Why you need pi in animation

When you were studying animation, you probably thought you had no need for math. But one thing you definitely need to know about is the value known as pi, and how you can use pi in animation.

Why pi?

For centuries, mathematicians were obsessed with the relationship between the diameter of a circle and its circumference (the distance around it). They knew there had to be an exact formula; it just took a while to find it. When they figured it out, they named it pi after the Greek word for the letter P, and it opened up a whole new world for geometry.

It also opens up a world for animators. There are a number of scenarios where you’re going to need to know about pi.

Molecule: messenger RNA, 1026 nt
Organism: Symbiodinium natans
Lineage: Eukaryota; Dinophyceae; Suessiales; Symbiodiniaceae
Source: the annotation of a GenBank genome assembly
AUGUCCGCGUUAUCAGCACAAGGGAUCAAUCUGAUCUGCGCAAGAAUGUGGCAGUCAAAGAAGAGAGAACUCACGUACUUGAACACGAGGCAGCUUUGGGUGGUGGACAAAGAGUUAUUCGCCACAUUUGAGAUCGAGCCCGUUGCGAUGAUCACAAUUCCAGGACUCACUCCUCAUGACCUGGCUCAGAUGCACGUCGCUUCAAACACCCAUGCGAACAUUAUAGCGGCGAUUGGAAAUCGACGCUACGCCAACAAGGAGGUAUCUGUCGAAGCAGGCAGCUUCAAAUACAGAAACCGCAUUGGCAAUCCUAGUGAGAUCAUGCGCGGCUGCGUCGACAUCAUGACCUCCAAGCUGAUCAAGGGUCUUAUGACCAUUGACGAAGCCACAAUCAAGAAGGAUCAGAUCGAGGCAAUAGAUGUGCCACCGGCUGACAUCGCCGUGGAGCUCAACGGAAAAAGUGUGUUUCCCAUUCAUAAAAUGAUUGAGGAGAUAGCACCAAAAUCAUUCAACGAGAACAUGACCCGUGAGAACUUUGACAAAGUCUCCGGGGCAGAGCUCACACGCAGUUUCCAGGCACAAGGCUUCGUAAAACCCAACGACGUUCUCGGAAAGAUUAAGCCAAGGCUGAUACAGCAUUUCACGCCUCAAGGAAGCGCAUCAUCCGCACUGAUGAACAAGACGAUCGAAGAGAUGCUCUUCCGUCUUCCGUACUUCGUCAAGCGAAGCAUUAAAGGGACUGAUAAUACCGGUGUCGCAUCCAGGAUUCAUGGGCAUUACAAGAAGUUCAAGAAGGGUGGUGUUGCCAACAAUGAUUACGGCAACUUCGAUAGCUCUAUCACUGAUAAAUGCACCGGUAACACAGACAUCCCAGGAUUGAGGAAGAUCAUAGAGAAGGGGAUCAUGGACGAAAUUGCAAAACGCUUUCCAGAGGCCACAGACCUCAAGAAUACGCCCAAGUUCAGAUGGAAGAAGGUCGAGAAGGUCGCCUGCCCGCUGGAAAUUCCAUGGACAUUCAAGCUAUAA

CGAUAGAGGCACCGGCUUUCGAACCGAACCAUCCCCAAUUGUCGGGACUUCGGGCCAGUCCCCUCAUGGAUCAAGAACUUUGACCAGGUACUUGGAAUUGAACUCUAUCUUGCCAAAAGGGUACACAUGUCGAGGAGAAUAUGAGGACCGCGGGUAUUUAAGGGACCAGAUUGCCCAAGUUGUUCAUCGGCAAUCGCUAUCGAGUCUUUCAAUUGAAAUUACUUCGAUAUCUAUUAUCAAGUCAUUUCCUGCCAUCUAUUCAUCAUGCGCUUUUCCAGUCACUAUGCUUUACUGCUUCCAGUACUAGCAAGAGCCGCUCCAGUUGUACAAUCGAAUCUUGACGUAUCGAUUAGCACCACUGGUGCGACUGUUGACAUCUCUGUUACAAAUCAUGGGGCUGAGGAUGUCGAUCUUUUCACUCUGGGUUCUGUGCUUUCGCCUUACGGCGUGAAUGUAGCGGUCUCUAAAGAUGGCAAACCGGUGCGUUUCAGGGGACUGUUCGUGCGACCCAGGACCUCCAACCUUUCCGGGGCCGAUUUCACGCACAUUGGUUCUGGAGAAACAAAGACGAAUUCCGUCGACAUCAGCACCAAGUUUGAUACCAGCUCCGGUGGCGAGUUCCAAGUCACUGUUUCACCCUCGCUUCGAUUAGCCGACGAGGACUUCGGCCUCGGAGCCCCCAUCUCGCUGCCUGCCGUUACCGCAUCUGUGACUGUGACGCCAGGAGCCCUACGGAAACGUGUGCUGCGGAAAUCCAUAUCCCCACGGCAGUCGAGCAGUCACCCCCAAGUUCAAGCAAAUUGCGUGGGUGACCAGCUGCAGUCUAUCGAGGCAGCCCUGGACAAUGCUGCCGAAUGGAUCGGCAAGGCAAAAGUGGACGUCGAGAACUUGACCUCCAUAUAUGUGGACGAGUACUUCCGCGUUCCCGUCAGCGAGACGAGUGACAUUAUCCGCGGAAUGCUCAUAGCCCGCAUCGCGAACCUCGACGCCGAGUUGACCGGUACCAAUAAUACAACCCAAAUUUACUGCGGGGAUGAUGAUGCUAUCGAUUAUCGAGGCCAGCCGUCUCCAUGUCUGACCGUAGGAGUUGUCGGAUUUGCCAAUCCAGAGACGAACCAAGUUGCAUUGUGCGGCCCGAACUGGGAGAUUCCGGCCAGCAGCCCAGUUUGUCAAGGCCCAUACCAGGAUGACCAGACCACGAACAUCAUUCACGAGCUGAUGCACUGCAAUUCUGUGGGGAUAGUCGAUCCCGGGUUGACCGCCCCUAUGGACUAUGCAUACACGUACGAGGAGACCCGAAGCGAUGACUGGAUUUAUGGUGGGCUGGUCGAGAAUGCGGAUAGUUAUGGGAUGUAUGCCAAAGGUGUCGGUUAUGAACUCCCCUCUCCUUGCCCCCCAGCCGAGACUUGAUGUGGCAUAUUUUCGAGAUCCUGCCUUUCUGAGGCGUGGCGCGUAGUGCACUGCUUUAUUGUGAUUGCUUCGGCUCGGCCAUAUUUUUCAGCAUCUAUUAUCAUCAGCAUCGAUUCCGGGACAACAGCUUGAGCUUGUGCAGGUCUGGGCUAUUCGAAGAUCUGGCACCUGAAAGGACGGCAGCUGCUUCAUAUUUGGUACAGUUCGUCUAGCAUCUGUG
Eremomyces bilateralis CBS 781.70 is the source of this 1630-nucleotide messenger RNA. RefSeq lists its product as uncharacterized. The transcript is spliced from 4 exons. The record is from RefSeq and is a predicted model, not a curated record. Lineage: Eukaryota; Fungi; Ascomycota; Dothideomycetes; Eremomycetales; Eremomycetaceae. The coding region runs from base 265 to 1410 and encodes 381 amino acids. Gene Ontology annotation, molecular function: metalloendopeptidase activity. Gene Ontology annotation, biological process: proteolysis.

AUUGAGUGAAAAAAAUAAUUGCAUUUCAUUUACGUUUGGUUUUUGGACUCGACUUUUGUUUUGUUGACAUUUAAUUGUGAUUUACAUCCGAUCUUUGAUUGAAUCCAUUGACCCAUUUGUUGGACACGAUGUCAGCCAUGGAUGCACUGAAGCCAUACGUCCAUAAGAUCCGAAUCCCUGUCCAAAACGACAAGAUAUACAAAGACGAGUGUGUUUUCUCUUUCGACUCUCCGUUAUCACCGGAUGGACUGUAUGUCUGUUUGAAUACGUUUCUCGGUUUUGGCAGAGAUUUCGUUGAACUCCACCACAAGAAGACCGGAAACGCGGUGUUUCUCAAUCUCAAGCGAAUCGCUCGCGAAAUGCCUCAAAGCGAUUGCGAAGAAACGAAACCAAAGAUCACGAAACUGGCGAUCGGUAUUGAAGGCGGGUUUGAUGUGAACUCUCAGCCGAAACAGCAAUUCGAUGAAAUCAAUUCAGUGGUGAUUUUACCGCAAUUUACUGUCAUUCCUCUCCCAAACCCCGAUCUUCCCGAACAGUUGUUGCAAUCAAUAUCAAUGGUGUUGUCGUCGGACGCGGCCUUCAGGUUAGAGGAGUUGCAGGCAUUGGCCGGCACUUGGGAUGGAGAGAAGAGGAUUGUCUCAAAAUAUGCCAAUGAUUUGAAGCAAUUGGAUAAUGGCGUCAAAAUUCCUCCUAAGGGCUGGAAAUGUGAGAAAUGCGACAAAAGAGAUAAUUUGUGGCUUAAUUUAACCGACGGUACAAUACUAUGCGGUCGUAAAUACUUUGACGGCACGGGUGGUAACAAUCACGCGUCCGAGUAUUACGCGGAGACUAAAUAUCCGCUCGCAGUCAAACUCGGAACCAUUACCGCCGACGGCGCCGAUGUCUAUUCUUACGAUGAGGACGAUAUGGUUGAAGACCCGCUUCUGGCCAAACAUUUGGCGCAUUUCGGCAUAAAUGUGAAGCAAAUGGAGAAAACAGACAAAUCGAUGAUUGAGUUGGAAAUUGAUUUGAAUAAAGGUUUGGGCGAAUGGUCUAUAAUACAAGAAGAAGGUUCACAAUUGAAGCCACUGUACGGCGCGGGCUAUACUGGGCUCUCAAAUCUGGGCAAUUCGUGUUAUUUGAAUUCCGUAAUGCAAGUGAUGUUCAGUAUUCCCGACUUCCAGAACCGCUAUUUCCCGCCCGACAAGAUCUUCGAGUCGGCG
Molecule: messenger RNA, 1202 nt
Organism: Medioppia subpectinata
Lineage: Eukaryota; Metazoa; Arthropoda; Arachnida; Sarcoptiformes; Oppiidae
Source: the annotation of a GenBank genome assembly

What is pi, exactly?

Pi is always the same number: 3.14. Actually, it’s 3.14159 and then an infinite series of numbers. But for most applications, 3.14 works just fine.

The circumference of a circle is always its diameter times pi.

To understand pi, consider a square with sides that are 1 unit long. It could be one inch or one meter, it’s all the same. You can see the relationship between the circumference of the square and the circle. For the square, it’s 4, but for the circle it’s 3.14.

If you look at the diagram, you’ll see that the diameter of the circle is the same as one side of the square. So instead of one side of the square going around the circle 4 times, it goes around 3.14 times. This is true no matter the size of the circle.

You’ll need these concepts when calculating things like how many times the wheels will turn when a car is moving. If you’re thinking of getting into scripting for animation, you’ll need to use pi for all manner of calculations.

Post Author: Michele Bousquet

Michele Bousquet is the author of Physics for Animators. A longtime animator, teacher, and writer, Michele has written more than 20 books on computer graphics. She holds a Bachelor's Degree in Mathematics and Computer Science from McGill University.